Local Group Gathers to Build Model Airplanes

For most people, an airplane is something they sit inside to get from point A to point B. Something they watch whizzing through the air in their favorite war movies or coloring the sky at a local county fair. For Jim Anderson, planes have been a lifelong passion and something he’s come to love even more in his retirement. He creates beautiful historic model planes along with Larry Cherry, Obie Lillo, Tony Belka and Fred Dalleska who all share a similar passion for airplanes. “We have been building World War II models on a giant scale. They have a 10-foot wingspan,” Anderson says.

Anderson became interested in planes when he was a child and began building them when he was 10 years old. Growing up in the 1930s, the now 88-year-old was surrounded by the wonders of flying. “Our next door neighbor in the 1930s, when I was in grade school, was a navy pilot,” Anderson says. “Everybody was building model airplanes when they were in grade school.” Throughout the years, Anderson began building his own model planes and became even more interested in the subject. After meeting men who shared those same interests, they decided to create a group. Their group has been meeting every week on Mondays and Wednesdays from 8 a.m. to 12 p.m. since 2000. While the group has lost some members, it also continues to gain new ones. While it’s a place for them to pursue their shared passion, it has also become something of a social event; somewhere where they can share a cup of coffee and catch up on each other’s lives.

The men have put together many different planes including several World War II models. They started with a Piper J-3 Cub, a plane popular in the 1930s and 1940s. They have gone on to complete many more, like a U.S. Navy PBY flying boat, which was used extensively in World War II. “These are primarily kits that are cut with lasers. They’re cut out of balsa wood [and other materials], and we glue those all together,” Anderson says. Anderson explains the hard work that goes into every plane they build, and each plane takes a year or two to finish. “It takes a lot of skill to be able to read the plans,” Anderson says. “And of course you have to build it strong enough so it can fly.” Anderson also has a few models of his own, including a UC-78 Cessna.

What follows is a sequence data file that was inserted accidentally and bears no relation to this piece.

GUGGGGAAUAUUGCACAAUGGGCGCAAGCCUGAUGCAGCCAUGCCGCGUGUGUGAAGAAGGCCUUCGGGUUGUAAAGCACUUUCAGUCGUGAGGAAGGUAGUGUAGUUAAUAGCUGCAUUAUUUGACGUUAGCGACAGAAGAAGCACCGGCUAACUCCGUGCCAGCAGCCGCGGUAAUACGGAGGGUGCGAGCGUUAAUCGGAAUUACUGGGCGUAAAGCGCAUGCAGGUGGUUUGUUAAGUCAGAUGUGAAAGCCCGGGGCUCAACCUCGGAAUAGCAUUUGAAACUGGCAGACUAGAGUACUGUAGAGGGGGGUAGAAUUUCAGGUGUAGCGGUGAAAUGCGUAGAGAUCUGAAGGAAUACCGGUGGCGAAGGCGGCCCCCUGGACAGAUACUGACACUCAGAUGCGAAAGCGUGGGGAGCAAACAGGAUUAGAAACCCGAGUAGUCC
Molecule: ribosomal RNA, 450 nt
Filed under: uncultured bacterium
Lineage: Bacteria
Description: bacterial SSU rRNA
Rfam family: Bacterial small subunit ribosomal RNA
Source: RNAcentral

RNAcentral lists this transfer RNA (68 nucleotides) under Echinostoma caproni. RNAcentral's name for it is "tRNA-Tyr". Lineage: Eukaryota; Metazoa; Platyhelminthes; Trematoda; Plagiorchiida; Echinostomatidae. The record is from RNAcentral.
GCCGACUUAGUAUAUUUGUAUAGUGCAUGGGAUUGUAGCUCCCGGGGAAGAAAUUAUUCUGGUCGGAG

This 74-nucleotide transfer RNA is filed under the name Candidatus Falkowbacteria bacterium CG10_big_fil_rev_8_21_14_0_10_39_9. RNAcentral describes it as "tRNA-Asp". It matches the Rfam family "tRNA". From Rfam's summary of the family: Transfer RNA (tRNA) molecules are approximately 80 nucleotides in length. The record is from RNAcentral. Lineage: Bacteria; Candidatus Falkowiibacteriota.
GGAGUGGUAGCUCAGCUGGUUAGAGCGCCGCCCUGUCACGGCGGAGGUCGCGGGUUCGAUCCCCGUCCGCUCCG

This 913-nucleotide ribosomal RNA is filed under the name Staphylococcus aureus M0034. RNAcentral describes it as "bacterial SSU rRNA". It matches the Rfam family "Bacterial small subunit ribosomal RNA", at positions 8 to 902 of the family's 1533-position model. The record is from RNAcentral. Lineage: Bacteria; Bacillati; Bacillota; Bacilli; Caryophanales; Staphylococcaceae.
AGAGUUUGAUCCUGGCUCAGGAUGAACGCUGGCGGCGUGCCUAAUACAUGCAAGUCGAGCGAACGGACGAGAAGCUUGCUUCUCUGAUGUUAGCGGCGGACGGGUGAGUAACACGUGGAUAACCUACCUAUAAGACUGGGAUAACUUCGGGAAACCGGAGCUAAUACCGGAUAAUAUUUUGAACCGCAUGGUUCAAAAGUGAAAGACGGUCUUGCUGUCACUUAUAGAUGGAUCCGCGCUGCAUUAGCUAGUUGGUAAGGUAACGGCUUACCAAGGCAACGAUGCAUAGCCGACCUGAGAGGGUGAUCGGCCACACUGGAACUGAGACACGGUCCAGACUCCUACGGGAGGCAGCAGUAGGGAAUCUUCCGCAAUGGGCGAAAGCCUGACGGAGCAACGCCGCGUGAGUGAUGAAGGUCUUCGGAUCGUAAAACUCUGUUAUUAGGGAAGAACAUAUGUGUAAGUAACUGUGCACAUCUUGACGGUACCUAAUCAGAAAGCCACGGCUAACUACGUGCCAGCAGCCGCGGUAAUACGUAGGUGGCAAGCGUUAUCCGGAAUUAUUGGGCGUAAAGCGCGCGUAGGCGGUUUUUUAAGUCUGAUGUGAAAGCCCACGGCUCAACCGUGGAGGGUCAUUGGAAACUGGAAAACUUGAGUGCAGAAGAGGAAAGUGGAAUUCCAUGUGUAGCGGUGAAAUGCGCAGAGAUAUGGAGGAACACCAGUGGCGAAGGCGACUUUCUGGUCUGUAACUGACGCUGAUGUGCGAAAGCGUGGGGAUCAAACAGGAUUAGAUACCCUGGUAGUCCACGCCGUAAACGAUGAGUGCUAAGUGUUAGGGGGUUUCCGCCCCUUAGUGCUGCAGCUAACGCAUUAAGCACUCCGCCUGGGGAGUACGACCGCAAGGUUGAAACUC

The group welcomes visitors to see their creations during those get-togethers on Mondays and Wednesdays. “We have a lot of visitors come in, and they stop by now and then,” Anderson says. “And other friends and other model builders.” They are located in the former Connco shoe store building  in downtown Stillwater. It’s something that has also inspired Anderson’s son, Paul, an airplane pilot. “He was more interested in the full-scale flying, and he flies our full-size airplanes,” Anderson says.

It’s clear these gentlemen have found something that is both a pastime, but also something that keeps them young at heart. Like the boys they once were creating small model planes, they’ve grown into adults who share the same passion but on a grander scale. “I just love old airplanes, big and little,” Anderson says. “I love to see them fly.”  

For more info on MN model airplane clubs visit the website here or stop by and visit Jim and the guys.